03/10/2009 11:00PM

IEAH's Derby hopes are riding on Patena

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If horses racing under the same silks actually thought like a team and talked like athletes, Patena would be quoted this week saying, "It's all on me now."

Yes, if Team IEAH Stables is to win the Kentucky Derby for the second year in a row, Patena is probably going to be the horse to do it. A week ago, the IEAH-owned filly Stardom Bound still was considered a leading Derby hopeful, but when Stardom Bound struggled to beat seemingly inferior competition Saturday in the Santa Anita Oaks, plans to beat the boys were back-burnered.

"Patena would be our top prospect now," said IEAH co-president Michael Iavarone. "With Stardom Bound, we're focused on the Oaks."

Patena either will take IEAH one step closer to a return trip to the Derby, or essentially take the high-profile ownership group out of the 2009 Derby running when he starts Saturday in the $600,000 Louisiana Derby at Fair Grounds.

Patena is one of 10 horses in the 1 1/16-mile derby, one of six stakes on Saturday's 12-race card. Several 3-year-olds should take betting action Saturday, with Friesan Fire likely to be favored after winning the first two 3-year-old dirt-route stakes this winter in New Orleans. Patena, Flying Pegaus, Giant Oak, and California shipper Papa Clem will also have their supporters.

IEAH purchased a majority share in Patena from John G. Sikura, Glenn Sikura, and Domenic DiLalla after the colt finished second to Friesan Fire in the Jan. 10 Lecomte Stakes. Patena was transferred from the Fair Grounds barn of Josie Carroll to the Gulfstream Park base of Rick Dutrow, Big Brown's trainer, with a clear goal - another date on the first Saturday in May.

"I think everyone wants to get to the Derby," Iavarone said. "It's like the Super Bowl for us."

Patena has raced just five times in his career, the Lecomte his only start on dirt. In the Display Stakes in December at Woodbine, he won by a head over the filly Hooh Why, who finished two noses behind Stardom Bound on Saturday. In the Lecomte, Patena raced several lengths behind a slow pace and finished well, gaining on Friesan Fire through the short stretch run used in one-mile races at Fair Grounds. After contracting what Iavarone described as "a little bit of a cough" shipping from Louisiana to Florida, Patena hit the work tab on Feb. 1, and has breezed five times for Saturday's start.

Asked how Patena's preparations were coming along, Iavarone quoted one of his trainer's signature phrases: "We're good, babe."

While Patena has come along steadily, the colt does not make a powerful impression with his appearance or his morning work, according to Iavarone.

"He's not a spectacular looking horse by any stretch of the imagination," Iavarone said. "He certainly doesn't look like Big Brown.

"He's not a great work horse, either," Iavarone continued. "That's the one thing that's pretty evident. I think the first time he impressed us was the last time he worked."

That was on Monday, when Patena, working in company, drilled five furlongs in a bullet 59.40 seconds. He ships Thursday to Fair Grounds - the weight of IEAH's Kentucky Derby hopes on his back. Not that the horse can feel it.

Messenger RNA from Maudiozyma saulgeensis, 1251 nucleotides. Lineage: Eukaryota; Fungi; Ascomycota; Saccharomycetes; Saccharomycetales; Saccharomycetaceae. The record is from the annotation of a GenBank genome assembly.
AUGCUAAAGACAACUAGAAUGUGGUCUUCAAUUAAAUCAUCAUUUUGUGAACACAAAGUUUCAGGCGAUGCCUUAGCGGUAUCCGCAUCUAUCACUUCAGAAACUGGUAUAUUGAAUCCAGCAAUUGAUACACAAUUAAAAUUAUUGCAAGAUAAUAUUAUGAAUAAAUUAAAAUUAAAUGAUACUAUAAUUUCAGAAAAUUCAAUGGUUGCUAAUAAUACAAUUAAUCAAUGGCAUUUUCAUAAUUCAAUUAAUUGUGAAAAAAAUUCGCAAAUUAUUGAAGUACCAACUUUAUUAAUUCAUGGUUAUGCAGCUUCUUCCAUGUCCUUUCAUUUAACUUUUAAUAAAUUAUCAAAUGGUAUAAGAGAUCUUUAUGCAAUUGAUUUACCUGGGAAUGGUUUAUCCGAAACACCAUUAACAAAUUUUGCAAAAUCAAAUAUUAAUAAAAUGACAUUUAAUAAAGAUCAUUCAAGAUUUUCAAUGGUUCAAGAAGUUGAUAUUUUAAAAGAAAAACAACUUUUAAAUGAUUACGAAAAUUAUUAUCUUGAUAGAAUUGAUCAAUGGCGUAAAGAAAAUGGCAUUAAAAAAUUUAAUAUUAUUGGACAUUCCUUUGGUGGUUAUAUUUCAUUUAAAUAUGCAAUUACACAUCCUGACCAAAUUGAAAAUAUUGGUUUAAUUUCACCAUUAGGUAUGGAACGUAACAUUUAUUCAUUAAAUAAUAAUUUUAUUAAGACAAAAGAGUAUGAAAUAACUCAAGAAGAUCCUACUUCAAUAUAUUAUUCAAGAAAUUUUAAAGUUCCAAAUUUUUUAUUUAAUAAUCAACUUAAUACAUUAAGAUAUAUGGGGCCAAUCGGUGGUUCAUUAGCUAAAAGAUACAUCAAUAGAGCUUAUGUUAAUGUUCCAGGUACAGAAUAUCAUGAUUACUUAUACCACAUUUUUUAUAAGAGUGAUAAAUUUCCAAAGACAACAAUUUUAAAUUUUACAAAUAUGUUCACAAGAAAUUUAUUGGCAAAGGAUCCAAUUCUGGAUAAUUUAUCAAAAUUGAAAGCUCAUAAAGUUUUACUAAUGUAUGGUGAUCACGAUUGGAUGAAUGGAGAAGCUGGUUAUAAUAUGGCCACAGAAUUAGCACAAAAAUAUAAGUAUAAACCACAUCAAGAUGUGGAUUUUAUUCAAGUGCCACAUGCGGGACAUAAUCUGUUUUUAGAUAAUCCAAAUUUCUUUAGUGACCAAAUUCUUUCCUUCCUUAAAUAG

Luck of the draw? Not for Stall

What kind of karmic infraction did Al Stall commit?

When the New Orleans Handicap was drawn Monday, 14 names had passed the entry box. The first pill that was shaken out by racing officials was No. 13, and the Stall-trained Star Guitar's name was drawn for that post position. Next out was pill 14, and next up was the Stall-trained My Pal Charlie. Ouch.

"How depressing," Stall said Tuesday morning. "We're rooting for scratches."

One horse in the New Orleans Handicap, Golden Yank, was cross-entered in the Mervin Muniz Handicap. Stall is hoping that trainers of other longshots will get cold feet when the depth and quality of the race becomes apparent.

Star Guitar and My Pal Charlie both worked half-miles Saturday, with the latter going in 48.40 seconds compared to the former's 50.60.

"I let Charlie do a little bit more, cause he's had only one race this year," said Stall. "We kept Star Guitar on an even keel."

Star Guitar has won four straight races and six of his seven career starts, all against Louisiana-breds. My Pal Charlie, the 2008 Super Derby winner, finished fourth in the Feb. 7 Mineshaft, his first start this year.

For the Louisiana Derby, Stall has Terrain, who raced too close to a hot pace and faded to fifth in the Delta Jackpot on Dec. 5, but has been training like a horse that has come forward over the winter.

"His last two works have been phenomenal, totally different than his works last year," Stall said. "He had a turn of foot at the end, a very strong gallop-out."

Helping charities in Hartack's name

A new charitable organization named in honor of the late Bill Hartack has been formed in New Orleans, and will host its first event on Thursday night at Harrah's Hotel and Casino.

The Bill Hartack Charitable Foundation was conceived by Eddie Sapir, a New Orleans city councilman; Tad Dowd, a longtime friend of Hartack; and trainer Mike Stidham, whose father, George, was Hartack's agent and friend. Money that the foundation raises in Hartack's name will be donated to racetrack charities.

Stidham said the public is welcome to attend Thursday's cocktails-and-hors d'oeuvres event, which runs from 6:30-8 p.m. Donations are appreciated. The foundation will host more formal charity events in the future.

Correction: An earlier version of this article misstated the parties from whom IEAH Stables purchased majority interest in the colt. They were John G. Sikura, Glenn Sikura, and Domenic DiLalla, not Alice and John Sikura.